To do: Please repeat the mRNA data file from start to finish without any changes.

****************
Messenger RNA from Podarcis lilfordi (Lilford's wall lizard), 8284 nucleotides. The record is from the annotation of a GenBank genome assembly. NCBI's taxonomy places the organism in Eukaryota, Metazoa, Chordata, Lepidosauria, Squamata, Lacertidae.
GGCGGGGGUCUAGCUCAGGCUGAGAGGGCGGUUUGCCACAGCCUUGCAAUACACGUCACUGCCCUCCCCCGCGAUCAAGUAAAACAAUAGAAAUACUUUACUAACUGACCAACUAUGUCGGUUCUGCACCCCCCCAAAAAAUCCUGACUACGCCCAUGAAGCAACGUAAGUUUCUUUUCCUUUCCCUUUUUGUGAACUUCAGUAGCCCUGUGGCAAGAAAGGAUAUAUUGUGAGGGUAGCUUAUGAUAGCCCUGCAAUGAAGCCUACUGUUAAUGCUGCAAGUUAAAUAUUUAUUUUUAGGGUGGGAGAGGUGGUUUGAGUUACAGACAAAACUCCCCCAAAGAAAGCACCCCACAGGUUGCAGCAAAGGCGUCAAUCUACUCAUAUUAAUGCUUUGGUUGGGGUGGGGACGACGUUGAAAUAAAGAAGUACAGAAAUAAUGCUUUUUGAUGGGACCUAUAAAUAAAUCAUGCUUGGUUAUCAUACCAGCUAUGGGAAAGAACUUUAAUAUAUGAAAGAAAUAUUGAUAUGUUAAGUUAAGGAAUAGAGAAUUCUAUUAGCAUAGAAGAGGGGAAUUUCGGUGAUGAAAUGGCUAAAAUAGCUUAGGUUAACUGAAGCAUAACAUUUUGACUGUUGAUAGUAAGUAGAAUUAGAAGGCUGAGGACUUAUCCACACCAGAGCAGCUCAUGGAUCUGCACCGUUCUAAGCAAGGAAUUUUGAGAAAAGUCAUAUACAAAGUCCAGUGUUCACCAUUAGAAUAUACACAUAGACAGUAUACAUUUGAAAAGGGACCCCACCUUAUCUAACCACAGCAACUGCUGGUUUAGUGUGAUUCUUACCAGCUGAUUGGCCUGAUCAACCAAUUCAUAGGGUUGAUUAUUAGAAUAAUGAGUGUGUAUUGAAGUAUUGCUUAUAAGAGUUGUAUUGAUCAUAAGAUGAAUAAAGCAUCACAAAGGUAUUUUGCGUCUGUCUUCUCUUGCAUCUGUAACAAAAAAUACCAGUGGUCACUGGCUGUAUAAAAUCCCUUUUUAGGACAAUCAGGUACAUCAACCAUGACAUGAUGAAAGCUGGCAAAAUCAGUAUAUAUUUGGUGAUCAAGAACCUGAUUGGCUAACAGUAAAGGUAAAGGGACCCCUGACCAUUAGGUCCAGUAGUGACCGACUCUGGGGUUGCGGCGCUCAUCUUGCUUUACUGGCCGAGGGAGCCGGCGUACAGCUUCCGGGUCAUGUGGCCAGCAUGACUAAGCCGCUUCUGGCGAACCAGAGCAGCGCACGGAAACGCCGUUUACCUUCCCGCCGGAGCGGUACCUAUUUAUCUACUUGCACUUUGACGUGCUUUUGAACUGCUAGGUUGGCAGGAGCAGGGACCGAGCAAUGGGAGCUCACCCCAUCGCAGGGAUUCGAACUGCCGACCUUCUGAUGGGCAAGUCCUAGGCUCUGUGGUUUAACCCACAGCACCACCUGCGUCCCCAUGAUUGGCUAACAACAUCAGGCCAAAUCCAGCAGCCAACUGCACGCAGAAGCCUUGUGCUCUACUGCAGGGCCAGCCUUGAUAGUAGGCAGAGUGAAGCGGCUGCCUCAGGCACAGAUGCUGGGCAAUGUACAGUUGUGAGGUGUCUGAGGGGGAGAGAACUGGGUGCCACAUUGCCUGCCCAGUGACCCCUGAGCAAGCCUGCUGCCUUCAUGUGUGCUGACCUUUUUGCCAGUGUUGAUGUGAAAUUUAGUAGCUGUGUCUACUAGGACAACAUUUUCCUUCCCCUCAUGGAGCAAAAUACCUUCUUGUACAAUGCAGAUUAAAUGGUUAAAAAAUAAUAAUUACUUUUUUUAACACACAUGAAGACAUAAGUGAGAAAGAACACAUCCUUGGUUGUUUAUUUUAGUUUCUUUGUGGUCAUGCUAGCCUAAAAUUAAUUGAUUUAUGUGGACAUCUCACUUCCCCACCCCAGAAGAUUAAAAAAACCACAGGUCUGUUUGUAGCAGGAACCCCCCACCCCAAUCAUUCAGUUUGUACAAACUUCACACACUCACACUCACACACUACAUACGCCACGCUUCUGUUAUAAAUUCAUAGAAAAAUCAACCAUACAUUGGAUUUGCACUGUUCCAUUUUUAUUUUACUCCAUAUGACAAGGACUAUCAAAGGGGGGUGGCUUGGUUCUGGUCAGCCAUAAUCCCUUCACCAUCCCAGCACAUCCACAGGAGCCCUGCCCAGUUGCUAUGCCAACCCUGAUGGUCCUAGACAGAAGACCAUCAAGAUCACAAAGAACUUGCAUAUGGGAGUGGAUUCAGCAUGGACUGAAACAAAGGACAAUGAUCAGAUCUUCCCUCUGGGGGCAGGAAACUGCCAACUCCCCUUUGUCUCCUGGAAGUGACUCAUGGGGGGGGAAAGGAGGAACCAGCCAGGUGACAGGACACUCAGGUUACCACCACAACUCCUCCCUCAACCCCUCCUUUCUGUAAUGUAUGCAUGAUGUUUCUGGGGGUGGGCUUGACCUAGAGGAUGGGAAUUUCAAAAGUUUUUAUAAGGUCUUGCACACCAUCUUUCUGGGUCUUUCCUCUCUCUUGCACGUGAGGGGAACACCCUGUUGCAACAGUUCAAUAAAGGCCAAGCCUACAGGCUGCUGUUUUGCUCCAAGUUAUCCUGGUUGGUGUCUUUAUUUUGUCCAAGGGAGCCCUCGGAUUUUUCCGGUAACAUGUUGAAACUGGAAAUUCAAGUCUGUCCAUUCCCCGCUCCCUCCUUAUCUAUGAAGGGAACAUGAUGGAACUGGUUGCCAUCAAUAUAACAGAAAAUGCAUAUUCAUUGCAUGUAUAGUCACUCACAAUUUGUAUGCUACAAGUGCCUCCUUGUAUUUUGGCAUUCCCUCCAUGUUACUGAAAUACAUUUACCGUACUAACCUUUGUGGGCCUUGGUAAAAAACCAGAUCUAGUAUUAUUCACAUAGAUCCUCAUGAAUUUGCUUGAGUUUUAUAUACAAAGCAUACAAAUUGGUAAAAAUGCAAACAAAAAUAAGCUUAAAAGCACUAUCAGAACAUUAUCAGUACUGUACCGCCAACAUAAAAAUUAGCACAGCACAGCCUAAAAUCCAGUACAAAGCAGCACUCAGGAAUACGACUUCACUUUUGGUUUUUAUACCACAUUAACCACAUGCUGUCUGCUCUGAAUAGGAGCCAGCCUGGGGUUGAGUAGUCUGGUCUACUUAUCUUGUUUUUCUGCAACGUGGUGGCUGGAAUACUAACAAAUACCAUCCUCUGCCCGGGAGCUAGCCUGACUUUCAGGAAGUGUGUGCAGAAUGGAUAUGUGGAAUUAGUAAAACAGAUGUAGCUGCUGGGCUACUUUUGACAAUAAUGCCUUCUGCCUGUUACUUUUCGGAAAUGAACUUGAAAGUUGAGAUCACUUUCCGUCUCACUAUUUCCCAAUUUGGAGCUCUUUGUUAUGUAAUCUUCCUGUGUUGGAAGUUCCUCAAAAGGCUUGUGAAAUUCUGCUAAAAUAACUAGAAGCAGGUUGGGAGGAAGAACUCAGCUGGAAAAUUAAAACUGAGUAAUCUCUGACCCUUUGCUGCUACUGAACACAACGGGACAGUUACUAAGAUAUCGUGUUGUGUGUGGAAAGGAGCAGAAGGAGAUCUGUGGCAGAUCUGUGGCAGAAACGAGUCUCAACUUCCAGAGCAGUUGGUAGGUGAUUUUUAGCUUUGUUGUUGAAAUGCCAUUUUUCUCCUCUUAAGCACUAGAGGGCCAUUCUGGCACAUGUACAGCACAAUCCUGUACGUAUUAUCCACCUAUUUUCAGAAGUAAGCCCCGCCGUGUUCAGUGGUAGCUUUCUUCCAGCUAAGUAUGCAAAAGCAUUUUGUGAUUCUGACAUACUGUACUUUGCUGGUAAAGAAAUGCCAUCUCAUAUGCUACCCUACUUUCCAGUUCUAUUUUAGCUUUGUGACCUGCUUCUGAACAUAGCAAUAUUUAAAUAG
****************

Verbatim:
Messenger RNA from Podarcis lilfordi (Lilford's wall lizard), 8284 nucleotides. The record is from the annotation of a GenBank genome assembly. NCBI's taxonomy places the organism in Eukaryota, Metazoa, Chordata, Lepidosauria, Squamata, Lacertidae.
GGCGGGGGUCUAGCUCAGGCUGAGAGGGCGGUUUGCCACAGCCUUGCAAUACACGUCACUGCCCUCCCCCGCGAUCAAGUAAAACAAUAGAAAUACUUUACUAACUGACCAACUAUGUCGGUUCUGCACCCCCCCAAAAAAUCCUGACUACGCCCAUGAAGCAACGUAAGUUUCUUUUCCUUUCCCUUUUUGUGAACUUCAGUAGCCCUGUGGCAAGAAAGGAUAUAUUGUGAGGGUAGCUUAUGAUAGCCCUGCAAUGAAGCCUACUGUUAAUGCUGCAAGUUAAAUAUUUAUUUUUAGGGUGGGAGAGGUGGUUUGAGUUACAGACAAAACUCCCCCAAAGAAAGCACCCCACAGGUUGCAGCAAAGGCGUCAAUCUACUCAUAUUAAUGCUUUGGUUGGGGUGGGGACGACGUUGAAAUAAAGAAGUACAGAAAUAAUGCUUUUUGAUGGGACCUAUAAAUAAAUCAUGCUUGGUUAUCAUACCAGCUAUGGGAAAGAACUUUAAUAUAUGAAAGAAAUAUUGAUAUGUUAAGUUAAGGAAUAGAGAAUUCUAUUAGCAUAGAAGAGGGGAAUUUCGGUGAUGAAAUGGCUAAAAUAGCUUAGGUUAACUGAAGCAUAACAUUUUGACUGUUGAUAGUAAGUAGAAUUAGAAGGCUGAGGACUUAUCCACACCAGAGCAGCUCAUGGAUCUGCACCGUUCUAAGCAAGGAAUUUUGAGAAAAGUCAUAUACAAAGUCCAGUGUUCACCAUUAGAAUAUACACAUAGACAGUAUACAUUUGAAAAGGGACCCCACCUUAUCUAACCACAGCAACUGCUGGUUUAGUGUGAUUCUUACCAGCUGAUUGGCCUGAUCAACCAAUUCAUAGGGUUGAUUAUUAGAAUAAUGAGUGUGUAUUGAAGUAUUGCUUAUAAGAGUUGUAUUGAUCAUAAGAUGAAUAAAGCAUCACAAAGGUAUUUUGCGUCUGUCUUCUCUUGCAUCUGUAACAAAAAAUACCAGUGGUCACUGGCUGUAUAAAAUCCCUUUUUAGGACAAUCAGGUACAUCAACCAUGACAUGAUGAAAGCUGGCAAAAUCAGUAUAUAUUUGGUGAUCAAGAACCUGAUUGGCUAACAGUAAAGGUAAAGGGACCCCUGACCAUUAGGUCCAGUAGUGACCGACUCUGGGGUUGCGGCGCUCAUCUUGCUUUACUGGCCGAGGGAGCCGGCGUACAGCUUCCGGGUCAUGUGGCCAGCAUGACUAAGCCGCUUCUGGCGAACCAGAGCAGCGCACGGAAACGCCGUUUACCUUCCCGCCGGAGCGGUACCUAUUUAUCUACUUGCACUUUGACGUGCUUUUGAACUGCUAGGUUGGCAGGAGCAGGGACCGAGCAAUGGGAGCUCACCCCAUCGCAGGGAUUCGAACUGCCGACCUUCUGAUGGGCAAGUCCUAGGCUCUGUGGUUUAACCCACAGCACCACCUGCGUCCCCAUGAUUGGCUAACAACAUCAGGCCAAAUCCAGCAGCCAACUGCACGCAGAAGCCUUGUGCUCUACUGCAGGGCCAGCCUUGAUAGUAGGCAGAGUGAAGCGGCUGCCUCAGGCACAGAUGCUGGGCAAUGUACAGUUGUGAGGUGUCUGAGGGGGAGAGAACUGGGUGCCACAUUGCCUGCCCAGUGACCCCUGAGCAAGCCUGCUGCCUUCAUGUGUGCUGACCUUUUUGCCAGUGUUGAUGUGAAAUUUAGUAGCUGUGUCUACUAGGACAACAUUUUCCUUCCCCUCAUGGAGCAAAAUACCUUCUUGUACAAUGCAGAUUAAAUGGUUAAAAAAUAAUAAUUACUUUUUUUAACACACAUGAAGACAUAAGUGAGAAAGAACACAUCCUUGGUUGUUUAUUUUAGUUUCUUUGUGGUCAUGCUAGCCUAAAAUUAAUUGAUUUAUGUGGACAUCUCACUUCCCCACCCCAGAAGAUUAAAAAAACCACAGGUCUGUUUGUAGCAGGAACCCCCCACCCCAAUCAUUCAGUUUGUACAAACUUCACACACUCACACUCACACACUACAUACGCCACGCUUCUGUUAUAAAUUCAUAGAAAAAUCAACCAUACAUUGGAUUUGCACUGUUCCAUUUUUAUUUUACUCCAUAUGACAAGGACUAUCAAAGGGGGGUGGCUUGGUUCUGGUCAGCCAUAAUCCCUUCACCAUCCCAGCACAUCCACAGGAGCCCUGCCCAGUUGCUAUGCCAACCCUGAUGGUCCUAGACAGAAGACCAUCAAGAUCACAAAGAACUUGCAUAUGGGAGUGGAUUCAGCAUGGACUGAAACAAAGGACAAUGAUCAGAUCUUCCCUCUGGGGGCAGGAAACUGCCAACUCCCCUUUGUCUCCUGGAAGUGACUCAUGGGGGGGGAAAGGAGGAACCAGCCAGGUGACAGGACACUCAGGUUACCACCACAACUCCUCCCUCAACCCCUCCUUUCUGUAAUGUAUGCAUGAUGUUUCUGGGGGUGGGCUUGACCUAGAGGAUGGGAAUUUCAAAAGUUUUUAUAAGGUCUUGCACACCAUCUUUCUGGGUCUUUCCUCUCUCUUGCACGUGAGGGGAACACCCUGUUGCAACAGUUCAAUAAAGGCCAAGCCUACAGGCUGCUGUUUUGCUCCAAGUUAUCCUGGUUGGUGUCUUUAUUUUGUCCAAGGGAGCCCUCGGAUUUUUCCGGUAACAUGUUGAAACUGGAAAUUCAAGUCUGUCCAUUCCCCGCUCCCUCCUUAUCUAUGAAGGGAACAUGAUGGAACUGGUUGCCAUCAAUAUAACAGAAAAUGCAUAUUCAUUGCAUGUAUAGUCACUCACAAUUUGUAUGCUACAAGUGCCUCCUUGUAUUUUGGCAUUCCCUCCAUGUUACUGAAAUACAUUUACCGUACUAACCUUUGUGGGCCUUGGUAAAAAACCAGAUCUAGUAUUAUUCACAUAGAUCCUCAUGAAUUUGCUUGAGUUUUAUAUACAAAGCAUACAAAUUGGUAAAAAUGCAAACAAAAAUAAGCUUAAAAGCACUAUCAGAACAUUAUCAGUACUGUACCGCCAACAUAAAAAUUAGCACAGCACAGCCUAAAAUCCAGUACAAAGCAGCACUCAGGAAUACGACUUCACUUUUGGUUUUUAUACCACAUUAACCACAUGCUGUCUGCUCUGAAUAGGAGCCAGCCUGGGGUUGAGUAGUCUGGUCUACUUAUCUUGUUUUUCUGCAACGUGGUGGCUGGAAUACUAACAAAUACCAUCCUCUGCCCGGGAGCUAGCCUGACUUUCAGGAAGUGUGUGCAGAAUGGAUAUGUGGAAUUAGUAAAACAGAUGUAGCUGCUGGGCUACUUUUGACAAUAAUGCCUUCUGCCUGUUACUUUUCGGAAAUGAACUUGAAAGUUGAGAUCACUUUCCGUCUCACUAUUUCCCAAUUUGGAGCUCUUUGUUAUGUAAUCUUCCUGUGUUGGAAGUUCCUCAAAAGGCUUGUGAAAUUCUGCUAAAAUAACUAGAAGCAGGUUGGGAGGAAGAACUCAGCUGGAAAAUUAAAACUGAGUAAUCUCUGACCCUUUGCUGCUACUGAACACAACGGGACAGUUACUAAGAUAUCGUGUUGUGUGUGGAAAGGAGCAGAAGGAGAUCUGUGGCAGAUCUGUGGCAGAAACGAGUCUCAACUUCCAGAGCAGUUGGUAGGUGAUUUUUAGCUUUGUUGUUGAAAUGCCAUUUUUCUCCUCUUAAGCACUAGAGGGCCAUUCUGGCACAUGUACAGCACAAUCCUGUACGUAUUAUCCACCUAUUUUCAGAAGUAAGCCCCGCCGUGUUCAGUGGUAGCUUUCUUCCAGCUAAGUAUGCAAAAGCAUUUUGUGAUUCUGACAUACUGUACUUUGCUGGUAAAGAAAUGCCAUCUCAUAUGCUACCCUACUUUCCAGUUCUAUUUUAGCUUUGUGACCUGCUUCUGAACAUAGCAAUAUUUAAAUAG